#### Poster Title

P-37 The Effect of Synchronous Egg-laying on Gull Population Dynamics while Tracking the Egg-laying Order

#### Abstract

During years of high sea surface temperature, food resources for glaucous-winged gulls (Larus glaucescens) are scarce. In response, male gulls cannibalize the eggs of neighbors. When this occurs, female gulls in dense areas of the colony adopt a tactic called egg-laying synchrony, in which they lay eggs synchronously on an every-other-day schedule. Field observations show that the first-laid egg of each clutch is the most likely to be cannibalized. We analyzed a mathematical model of egg-laying-behavior that tracks egg-laying order. We found that the system begins to oscillate synchronously when the colony is sufficiently dense. We demonstrated that synchronous colonies produce more eggs than non-synchronous colonies in the presence of cannibalism.

#### Acknowledgments

J.N. Andrews Honors Scholar and Undergraduate Research Scholar

Mentor: Shandelle M. Henson, Mathematics

#### Start Date

2-28-2020 2:30 PM

COinS

Feb 28th, 2:30 PM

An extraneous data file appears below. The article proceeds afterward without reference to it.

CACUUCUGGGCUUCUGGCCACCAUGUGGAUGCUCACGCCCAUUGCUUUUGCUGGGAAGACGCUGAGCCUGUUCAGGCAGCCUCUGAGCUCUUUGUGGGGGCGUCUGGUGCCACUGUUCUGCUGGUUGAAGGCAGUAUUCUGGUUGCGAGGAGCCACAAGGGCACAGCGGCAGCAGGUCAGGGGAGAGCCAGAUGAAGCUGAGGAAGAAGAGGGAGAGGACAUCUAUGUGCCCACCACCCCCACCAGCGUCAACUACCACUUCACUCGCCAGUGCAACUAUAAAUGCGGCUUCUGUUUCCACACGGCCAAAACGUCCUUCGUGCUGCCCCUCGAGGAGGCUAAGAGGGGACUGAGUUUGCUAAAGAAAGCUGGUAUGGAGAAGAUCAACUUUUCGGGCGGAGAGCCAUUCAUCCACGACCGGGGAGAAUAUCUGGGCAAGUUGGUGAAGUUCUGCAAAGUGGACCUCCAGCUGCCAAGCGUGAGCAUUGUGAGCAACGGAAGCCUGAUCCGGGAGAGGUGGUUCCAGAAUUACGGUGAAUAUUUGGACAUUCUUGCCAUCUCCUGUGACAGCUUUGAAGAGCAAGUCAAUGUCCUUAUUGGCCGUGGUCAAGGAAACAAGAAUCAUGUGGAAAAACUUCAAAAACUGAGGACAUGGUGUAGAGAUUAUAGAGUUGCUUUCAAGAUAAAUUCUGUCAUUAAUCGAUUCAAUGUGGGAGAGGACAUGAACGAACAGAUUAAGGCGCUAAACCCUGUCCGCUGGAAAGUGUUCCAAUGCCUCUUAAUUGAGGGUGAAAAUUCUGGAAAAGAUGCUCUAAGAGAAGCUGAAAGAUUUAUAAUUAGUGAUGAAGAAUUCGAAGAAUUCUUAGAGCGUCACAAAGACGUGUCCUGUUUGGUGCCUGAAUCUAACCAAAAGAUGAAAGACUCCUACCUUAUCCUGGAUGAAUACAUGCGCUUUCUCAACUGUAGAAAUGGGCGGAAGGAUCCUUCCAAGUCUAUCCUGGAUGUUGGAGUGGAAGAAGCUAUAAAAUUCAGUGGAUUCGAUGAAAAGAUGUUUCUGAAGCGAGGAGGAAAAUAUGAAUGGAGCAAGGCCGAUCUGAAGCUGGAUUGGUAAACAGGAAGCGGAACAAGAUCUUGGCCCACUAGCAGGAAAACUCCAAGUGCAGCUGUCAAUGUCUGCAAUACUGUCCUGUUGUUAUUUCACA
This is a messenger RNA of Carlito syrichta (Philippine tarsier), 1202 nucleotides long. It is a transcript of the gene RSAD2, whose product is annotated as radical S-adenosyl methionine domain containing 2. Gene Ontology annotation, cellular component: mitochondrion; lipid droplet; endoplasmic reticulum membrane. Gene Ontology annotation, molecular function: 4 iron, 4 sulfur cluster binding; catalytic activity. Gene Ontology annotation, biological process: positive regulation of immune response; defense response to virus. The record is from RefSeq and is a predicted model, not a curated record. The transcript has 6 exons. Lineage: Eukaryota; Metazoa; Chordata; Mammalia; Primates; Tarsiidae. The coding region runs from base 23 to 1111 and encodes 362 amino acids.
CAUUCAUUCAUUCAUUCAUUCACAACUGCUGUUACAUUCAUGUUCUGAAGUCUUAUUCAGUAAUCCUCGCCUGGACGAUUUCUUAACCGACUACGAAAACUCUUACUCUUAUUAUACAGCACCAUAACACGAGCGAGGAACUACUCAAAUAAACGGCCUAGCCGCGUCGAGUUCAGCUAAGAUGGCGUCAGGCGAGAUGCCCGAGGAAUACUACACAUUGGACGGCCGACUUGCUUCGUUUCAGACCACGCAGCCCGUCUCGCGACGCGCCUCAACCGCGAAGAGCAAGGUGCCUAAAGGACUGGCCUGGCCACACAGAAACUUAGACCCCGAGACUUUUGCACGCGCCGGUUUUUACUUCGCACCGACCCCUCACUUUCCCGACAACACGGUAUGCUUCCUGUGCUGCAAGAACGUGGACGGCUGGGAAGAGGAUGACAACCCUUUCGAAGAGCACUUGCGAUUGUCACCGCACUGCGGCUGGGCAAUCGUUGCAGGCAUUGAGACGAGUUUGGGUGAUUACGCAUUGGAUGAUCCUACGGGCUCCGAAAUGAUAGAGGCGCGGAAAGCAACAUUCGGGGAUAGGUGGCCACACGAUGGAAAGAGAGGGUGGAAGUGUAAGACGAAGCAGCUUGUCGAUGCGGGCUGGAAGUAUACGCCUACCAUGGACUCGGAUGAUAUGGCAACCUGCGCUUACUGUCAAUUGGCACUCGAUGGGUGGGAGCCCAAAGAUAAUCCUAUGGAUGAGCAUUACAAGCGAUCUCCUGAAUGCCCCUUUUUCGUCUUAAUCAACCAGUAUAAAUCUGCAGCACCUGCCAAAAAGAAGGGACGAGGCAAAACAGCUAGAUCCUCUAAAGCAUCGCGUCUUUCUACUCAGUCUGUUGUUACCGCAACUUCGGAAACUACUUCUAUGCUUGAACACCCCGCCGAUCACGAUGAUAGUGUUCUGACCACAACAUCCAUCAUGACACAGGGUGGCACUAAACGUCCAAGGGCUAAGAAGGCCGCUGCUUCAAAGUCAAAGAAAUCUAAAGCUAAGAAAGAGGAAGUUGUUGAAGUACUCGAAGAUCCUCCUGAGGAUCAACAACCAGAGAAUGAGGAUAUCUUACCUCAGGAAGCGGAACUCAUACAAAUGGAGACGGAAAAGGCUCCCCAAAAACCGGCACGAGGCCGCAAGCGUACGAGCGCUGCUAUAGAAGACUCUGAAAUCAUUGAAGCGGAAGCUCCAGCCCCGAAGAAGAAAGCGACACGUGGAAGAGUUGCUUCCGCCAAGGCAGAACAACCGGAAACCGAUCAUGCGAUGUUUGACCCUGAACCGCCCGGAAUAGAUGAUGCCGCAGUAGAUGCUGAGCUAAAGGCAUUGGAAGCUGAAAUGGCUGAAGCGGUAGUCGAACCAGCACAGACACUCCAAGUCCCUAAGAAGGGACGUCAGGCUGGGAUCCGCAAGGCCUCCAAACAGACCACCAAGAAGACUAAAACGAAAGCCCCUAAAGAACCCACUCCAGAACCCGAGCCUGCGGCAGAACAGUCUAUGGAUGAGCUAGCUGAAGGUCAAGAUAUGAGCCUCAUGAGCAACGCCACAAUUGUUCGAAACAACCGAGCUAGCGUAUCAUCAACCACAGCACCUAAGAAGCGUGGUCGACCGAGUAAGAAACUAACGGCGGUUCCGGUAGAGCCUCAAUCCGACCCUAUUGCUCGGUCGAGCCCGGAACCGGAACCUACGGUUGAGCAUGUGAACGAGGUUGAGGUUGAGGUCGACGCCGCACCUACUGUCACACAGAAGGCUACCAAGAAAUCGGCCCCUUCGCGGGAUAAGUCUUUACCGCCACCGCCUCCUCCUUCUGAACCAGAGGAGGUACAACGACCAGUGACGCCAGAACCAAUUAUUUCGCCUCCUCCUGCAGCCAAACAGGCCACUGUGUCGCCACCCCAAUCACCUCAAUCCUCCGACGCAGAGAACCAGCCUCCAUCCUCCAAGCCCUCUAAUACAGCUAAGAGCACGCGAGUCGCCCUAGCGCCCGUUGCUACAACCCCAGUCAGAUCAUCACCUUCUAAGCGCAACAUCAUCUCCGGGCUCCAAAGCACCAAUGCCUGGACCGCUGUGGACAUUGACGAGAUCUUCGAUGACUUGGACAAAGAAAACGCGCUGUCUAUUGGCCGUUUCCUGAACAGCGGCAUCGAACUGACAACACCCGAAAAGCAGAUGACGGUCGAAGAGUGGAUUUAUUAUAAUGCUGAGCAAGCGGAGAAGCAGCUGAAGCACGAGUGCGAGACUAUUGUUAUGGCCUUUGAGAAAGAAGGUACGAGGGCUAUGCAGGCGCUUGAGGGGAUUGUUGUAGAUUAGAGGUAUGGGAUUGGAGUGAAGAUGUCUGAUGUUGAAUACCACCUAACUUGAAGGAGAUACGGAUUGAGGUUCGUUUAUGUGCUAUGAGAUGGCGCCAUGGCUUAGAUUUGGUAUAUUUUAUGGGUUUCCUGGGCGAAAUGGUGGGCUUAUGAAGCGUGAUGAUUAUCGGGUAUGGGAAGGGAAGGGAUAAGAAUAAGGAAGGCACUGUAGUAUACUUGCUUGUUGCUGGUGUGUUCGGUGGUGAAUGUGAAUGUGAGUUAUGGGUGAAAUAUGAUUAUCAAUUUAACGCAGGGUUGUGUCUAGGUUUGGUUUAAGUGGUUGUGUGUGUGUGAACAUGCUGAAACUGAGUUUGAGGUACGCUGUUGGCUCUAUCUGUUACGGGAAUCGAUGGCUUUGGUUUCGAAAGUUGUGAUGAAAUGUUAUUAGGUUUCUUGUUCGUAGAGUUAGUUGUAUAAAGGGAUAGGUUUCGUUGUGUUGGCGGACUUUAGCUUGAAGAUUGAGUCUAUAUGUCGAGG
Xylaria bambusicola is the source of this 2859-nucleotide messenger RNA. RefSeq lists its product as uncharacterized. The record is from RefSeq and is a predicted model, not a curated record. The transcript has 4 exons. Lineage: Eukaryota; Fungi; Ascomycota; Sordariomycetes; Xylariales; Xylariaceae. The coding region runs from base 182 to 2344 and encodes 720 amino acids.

P-37 The Effect of Synchronous Egg-laying on Gull Population Dynamics while Tracking the Egg-laying Order

During years of high sea surface temperature, food resources for glaucous-winged gulls (Larus glaucescens) are scarce. In response, male gulls cannibalize the eggs of neighbors. When this occurs, female gulls in dense areas of the colony adopt a tactic called egg-laying synchrony, in which they lay eggs synchronously on an every-other-day schedule. Field observations show that the first-laid egg of each clutch is the most likely to be cannibalized. We analyzed a mathematical model of egg-laying-behavior that tracks egg-laying order. We found that the system begins to oscillate synchronously when the colony is sufficiently dense. We demonstrated that synchronous colonies produce more eggs than non-synchronous colonies in the presence of cannibalism.